Among the claims for these meal kits, offered by a number of lavishly funded start-up companies with various specializations (gourmet, organic, vegetarian, gluten-free, etc.), are things like “no waste” and “locally sourced.” It’s true that precisely measured ingredients allow you to avoid purchasing more than you need, but there’s the packaging, each ingredient in its own wrap, and the shipping box. And locally sourced? Would that be local to the business or to you?  Because first the ingredients have to reach the supplier for assembly into kits…and then they have to ship out to you.

These kits come at a time when Americans express an avid interest in cooking (witness all the popular reality TV shows, internet recipe services, and good old-fashioned cookbooks on Amazon). Apparently not so many actually want to cook, though. As for taking what’s on our plates a step farther back to its source in the ground…not so much that either.

But consider this rewarding and effective step you can take toward providing superior quality, truly local, affordable meals to your family with no waste whatsoever. This step makes you part of creating a movement for sustainable agriculture and part of reducing the vast food waste in this country, estimated at 40%. Join a CSA (Community Supported Agriculture) near you!!

With most CSAs, there are a variety of levels for participation. The basic idea is that you buy a share for the season at the level you choose and receive fresh, local produce directly from the farmer on that basis. In doing this, you support local, sustainable agriculture and enjoy amazingly fresh, nutritious and delicious food.

Some CSAs offer a worker’s share, which is what I do. This gives you an opportunity to participate at a whole other level in bringing food to your family’s plates. My own participation is something I look forward to with excitement each year. It is spiritually rewarding and makes me feel that I have a part in restoring our earth and our relationship to it.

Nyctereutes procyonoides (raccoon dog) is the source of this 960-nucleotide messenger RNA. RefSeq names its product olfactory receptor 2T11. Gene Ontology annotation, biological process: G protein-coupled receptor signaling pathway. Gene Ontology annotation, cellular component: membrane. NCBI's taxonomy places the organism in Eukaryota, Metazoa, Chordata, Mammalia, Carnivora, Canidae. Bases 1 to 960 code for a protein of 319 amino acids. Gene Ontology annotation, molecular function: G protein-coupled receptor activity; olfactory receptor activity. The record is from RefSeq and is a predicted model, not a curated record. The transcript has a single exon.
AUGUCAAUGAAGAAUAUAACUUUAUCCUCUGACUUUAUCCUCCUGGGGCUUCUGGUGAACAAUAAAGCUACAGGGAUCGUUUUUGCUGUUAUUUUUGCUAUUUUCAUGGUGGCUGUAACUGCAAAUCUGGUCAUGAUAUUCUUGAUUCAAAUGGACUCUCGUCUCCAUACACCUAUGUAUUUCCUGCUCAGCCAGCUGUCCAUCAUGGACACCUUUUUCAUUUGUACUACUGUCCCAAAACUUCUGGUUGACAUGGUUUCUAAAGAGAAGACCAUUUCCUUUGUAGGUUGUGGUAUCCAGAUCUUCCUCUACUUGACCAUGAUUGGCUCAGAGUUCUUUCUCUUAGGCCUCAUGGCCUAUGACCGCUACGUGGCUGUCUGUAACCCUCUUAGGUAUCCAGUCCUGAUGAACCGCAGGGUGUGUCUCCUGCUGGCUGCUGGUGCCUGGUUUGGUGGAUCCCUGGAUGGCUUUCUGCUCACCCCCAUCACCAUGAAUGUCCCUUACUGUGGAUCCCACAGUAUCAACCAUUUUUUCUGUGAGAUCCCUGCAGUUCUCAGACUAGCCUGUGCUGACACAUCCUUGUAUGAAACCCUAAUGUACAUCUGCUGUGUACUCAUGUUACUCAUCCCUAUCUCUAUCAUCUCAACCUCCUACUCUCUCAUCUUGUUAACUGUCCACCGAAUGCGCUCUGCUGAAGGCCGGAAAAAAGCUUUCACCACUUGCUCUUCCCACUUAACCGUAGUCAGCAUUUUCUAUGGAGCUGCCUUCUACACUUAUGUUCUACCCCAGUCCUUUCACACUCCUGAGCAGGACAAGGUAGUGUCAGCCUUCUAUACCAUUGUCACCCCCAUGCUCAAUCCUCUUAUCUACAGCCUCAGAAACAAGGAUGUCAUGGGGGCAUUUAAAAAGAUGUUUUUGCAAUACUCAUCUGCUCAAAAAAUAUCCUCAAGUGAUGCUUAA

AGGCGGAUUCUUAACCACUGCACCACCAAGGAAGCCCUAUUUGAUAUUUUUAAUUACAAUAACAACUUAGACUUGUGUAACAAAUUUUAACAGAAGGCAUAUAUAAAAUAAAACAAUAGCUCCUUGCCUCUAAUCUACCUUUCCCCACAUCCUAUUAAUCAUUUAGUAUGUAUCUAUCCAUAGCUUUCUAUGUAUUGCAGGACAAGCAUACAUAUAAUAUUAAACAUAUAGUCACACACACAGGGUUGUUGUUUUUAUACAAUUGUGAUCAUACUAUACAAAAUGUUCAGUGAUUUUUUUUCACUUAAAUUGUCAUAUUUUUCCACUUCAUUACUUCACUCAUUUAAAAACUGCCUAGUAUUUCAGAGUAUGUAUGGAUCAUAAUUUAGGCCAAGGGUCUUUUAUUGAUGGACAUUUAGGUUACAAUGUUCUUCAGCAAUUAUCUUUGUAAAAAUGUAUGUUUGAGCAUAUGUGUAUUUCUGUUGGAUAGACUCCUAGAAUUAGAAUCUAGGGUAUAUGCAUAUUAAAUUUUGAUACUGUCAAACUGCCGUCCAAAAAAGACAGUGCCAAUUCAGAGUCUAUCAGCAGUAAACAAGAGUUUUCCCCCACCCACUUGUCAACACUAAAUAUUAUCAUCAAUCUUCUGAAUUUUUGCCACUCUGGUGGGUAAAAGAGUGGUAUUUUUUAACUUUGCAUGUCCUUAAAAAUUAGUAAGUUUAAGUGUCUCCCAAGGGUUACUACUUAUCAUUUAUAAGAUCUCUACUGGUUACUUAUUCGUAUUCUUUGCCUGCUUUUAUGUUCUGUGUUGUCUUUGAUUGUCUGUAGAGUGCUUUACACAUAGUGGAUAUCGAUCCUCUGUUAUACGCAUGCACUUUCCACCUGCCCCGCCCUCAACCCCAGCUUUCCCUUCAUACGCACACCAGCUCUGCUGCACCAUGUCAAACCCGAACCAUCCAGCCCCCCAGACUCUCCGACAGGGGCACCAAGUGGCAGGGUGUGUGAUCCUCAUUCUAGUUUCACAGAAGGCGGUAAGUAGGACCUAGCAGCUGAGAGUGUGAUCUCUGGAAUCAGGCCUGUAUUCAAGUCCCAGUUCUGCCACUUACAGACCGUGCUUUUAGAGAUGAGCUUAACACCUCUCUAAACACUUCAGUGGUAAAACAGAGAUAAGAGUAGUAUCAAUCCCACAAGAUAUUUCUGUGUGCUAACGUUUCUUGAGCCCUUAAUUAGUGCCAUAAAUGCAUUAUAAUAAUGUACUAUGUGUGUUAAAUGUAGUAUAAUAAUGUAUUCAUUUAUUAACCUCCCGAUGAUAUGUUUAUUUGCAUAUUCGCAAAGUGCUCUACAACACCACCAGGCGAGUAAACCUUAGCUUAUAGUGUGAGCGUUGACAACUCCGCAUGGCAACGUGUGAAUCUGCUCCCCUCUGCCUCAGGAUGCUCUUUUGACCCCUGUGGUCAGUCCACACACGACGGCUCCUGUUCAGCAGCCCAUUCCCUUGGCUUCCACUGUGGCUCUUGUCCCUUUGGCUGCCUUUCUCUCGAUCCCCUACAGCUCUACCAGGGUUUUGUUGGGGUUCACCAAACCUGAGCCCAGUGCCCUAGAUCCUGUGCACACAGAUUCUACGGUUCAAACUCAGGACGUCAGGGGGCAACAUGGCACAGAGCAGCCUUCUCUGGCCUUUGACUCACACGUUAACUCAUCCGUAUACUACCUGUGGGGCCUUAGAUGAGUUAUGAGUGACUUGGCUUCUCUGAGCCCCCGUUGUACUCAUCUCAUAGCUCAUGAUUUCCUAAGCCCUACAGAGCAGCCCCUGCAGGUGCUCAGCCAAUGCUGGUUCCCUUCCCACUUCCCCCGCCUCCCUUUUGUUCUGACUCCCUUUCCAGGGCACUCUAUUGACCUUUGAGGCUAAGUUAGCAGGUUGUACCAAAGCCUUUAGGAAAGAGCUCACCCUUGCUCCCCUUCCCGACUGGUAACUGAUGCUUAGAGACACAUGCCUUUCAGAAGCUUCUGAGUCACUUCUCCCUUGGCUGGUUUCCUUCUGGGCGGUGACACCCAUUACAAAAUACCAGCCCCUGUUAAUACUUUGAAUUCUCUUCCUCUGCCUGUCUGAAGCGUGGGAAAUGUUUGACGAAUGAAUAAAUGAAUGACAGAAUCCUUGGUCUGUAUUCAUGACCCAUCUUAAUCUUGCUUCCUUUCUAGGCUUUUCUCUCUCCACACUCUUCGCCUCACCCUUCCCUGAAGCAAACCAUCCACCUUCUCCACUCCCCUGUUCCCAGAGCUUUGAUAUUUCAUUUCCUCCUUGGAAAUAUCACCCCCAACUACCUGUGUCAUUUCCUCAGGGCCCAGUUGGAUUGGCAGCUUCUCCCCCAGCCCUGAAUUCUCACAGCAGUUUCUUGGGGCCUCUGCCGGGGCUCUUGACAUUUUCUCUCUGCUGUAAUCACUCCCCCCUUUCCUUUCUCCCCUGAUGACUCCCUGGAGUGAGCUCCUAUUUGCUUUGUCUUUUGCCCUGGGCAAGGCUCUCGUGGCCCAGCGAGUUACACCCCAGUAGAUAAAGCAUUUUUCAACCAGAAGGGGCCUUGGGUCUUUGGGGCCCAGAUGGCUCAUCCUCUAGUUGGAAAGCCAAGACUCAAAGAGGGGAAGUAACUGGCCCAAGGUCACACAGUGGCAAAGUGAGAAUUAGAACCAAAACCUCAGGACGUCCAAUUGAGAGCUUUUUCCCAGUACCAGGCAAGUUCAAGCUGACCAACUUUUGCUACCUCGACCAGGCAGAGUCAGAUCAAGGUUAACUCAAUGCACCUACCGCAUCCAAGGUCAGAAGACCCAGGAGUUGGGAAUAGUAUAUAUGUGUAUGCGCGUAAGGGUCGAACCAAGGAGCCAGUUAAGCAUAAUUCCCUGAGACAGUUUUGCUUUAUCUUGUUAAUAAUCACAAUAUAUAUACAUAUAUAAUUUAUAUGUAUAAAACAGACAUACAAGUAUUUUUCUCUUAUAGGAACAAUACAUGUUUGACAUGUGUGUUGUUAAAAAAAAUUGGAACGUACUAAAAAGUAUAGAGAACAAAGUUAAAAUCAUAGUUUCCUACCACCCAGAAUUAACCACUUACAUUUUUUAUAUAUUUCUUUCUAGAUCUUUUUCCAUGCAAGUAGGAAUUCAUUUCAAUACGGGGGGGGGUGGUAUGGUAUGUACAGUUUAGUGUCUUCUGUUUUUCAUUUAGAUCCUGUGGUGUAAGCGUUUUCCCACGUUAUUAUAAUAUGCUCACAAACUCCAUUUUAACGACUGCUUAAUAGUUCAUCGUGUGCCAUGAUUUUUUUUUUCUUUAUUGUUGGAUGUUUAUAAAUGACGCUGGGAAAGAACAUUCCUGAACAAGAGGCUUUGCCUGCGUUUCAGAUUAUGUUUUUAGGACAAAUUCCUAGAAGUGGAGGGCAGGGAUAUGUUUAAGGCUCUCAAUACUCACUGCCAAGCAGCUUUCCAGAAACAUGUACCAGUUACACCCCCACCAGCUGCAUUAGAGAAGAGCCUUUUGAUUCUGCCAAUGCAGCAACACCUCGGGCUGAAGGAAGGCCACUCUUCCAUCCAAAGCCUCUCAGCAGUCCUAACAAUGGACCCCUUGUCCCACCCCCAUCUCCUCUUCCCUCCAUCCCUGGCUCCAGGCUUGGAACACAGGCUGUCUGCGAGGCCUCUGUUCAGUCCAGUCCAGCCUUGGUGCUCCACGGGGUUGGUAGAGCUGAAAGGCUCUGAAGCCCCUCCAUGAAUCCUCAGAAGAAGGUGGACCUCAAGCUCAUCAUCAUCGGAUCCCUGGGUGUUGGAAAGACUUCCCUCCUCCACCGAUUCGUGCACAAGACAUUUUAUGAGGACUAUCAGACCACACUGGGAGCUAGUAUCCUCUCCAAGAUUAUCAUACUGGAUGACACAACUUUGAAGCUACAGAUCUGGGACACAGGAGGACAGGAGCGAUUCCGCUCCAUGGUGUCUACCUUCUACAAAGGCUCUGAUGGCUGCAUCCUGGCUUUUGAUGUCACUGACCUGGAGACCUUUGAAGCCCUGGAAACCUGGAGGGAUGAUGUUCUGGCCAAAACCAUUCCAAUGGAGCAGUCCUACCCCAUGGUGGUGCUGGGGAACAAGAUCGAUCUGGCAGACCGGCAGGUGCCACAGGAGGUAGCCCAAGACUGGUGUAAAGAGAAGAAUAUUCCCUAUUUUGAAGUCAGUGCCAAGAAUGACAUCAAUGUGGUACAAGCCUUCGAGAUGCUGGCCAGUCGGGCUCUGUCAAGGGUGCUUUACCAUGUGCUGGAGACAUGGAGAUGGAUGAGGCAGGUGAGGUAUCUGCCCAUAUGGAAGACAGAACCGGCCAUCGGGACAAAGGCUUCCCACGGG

For those of you already in a CSA, this series of posts will provide suggestions and a couple of recipes to go with your box. I work for my local CSA, Bob’s Fresh and Local, and my recipes address what comes in Farmer Bob’s beautiful boxes each week. I plan to do more than single recipes, though, because what we really have are “Meal Boxes.” Each week, I’ll post about how to use the whole 3/4 bushel box, which at $34.50/week (a 20 week share broken down by the week) easily provides meals for a family with more to preserve for winter or share. I’ll focus on simple, flexible preparation directed at using the entire Meal Box with a couple of more detailed recipes.

In my first post several week back, I wrote about greens, how I handle them when they first arrive and what I do with them through the week. My next post, to go with the first of the boxes, will focus on how our boxes serve my family’s overall nutritional needs. Following that, I’ll dive into expanding our ideas of breakfast.

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Hope to hear from readers about your own experiences with local sustainable agriculture, delicious whole food preparation ideas and related thoughts.

For more, visit my blog, vegetatingwithleslie.org, “Like” me on FaceBook/Vegetating with Leslie or follow me on Twitter, @vegwithleslie.